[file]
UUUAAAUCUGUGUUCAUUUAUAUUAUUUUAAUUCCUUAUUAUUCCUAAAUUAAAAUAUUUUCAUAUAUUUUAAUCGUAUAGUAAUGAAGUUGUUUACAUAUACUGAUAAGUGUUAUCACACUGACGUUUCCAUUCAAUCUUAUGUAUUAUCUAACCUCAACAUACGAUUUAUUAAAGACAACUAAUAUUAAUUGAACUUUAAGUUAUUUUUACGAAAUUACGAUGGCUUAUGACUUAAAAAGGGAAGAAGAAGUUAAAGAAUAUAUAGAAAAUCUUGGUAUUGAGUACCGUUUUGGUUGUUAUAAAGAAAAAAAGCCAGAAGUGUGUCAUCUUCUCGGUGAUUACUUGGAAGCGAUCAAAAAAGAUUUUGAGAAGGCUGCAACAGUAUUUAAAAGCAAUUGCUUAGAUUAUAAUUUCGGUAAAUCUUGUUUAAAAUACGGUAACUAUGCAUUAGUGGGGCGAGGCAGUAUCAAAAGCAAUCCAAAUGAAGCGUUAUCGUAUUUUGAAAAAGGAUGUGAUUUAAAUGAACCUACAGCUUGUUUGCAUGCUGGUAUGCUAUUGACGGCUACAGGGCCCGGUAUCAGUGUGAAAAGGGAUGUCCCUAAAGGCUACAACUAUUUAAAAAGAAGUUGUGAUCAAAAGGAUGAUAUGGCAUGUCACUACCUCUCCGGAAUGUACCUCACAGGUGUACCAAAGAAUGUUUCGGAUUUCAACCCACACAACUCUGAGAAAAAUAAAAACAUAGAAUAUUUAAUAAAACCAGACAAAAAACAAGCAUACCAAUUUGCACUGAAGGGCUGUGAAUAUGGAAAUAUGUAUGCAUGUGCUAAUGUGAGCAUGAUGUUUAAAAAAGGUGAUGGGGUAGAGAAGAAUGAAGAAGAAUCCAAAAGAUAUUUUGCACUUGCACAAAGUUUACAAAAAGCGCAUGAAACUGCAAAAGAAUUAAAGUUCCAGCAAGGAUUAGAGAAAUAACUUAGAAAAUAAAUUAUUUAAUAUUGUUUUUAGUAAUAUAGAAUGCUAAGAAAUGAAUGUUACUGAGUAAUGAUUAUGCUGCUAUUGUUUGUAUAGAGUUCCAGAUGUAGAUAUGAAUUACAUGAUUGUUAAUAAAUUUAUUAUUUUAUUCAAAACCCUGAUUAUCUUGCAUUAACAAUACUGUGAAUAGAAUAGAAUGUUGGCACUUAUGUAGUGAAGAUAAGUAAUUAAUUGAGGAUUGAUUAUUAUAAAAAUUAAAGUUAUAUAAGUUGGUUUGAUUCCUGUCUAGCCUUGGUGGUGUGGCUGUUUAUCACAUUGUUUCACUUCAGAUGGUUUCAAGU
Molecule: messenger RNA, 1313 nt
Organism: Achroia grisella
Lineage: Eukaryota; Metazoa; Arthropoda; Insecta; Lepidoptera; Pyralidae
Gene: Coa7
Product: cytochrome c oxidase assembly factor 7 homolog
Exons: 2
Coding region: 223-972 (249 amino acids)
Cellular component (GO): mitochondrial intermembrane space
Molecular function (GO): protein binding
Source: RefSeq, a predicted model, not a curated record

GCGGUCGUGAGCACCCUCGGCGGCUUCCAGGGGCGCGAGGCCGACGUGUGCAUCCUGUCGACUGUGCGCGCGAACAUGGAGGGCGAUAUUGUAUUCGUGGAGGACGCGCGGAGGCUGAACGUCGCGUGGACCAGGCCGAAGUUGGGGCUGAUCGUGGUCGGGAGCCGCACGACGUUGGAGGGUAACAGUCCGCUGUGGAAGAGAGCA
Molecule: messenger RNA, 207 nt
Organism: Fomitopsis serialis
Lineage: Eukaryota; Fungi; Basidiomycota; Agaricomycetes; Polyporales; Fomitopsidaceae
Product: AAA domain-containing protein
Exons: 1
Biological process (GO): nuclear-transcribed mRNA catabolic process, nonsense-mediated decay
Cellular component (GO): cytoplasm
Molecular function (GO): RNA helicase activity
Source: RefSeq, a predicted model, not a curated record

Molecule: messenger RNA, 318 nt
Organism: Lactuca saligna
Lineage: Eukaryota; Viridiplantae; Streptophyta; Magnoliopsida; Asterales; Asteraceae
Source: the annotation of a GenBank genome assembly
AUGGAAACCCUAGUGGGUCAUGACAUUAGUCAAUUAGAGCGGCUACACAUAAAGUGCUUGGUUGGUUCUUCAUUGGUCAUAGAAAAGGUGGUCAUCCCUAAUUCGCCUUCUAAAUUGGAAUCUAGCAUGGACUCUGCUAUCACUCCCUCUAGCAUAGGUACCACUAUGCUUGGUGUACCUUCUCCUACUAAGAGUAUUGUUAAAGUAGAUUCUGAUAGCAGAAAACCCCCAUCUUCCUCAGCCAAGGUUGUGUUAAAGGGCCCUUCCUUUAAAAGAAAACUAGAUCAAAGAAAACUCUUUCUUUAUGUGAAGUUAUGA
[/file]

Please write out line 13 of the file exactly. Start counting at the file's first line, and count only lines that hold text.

Molecule: messenger RNA, 207 nt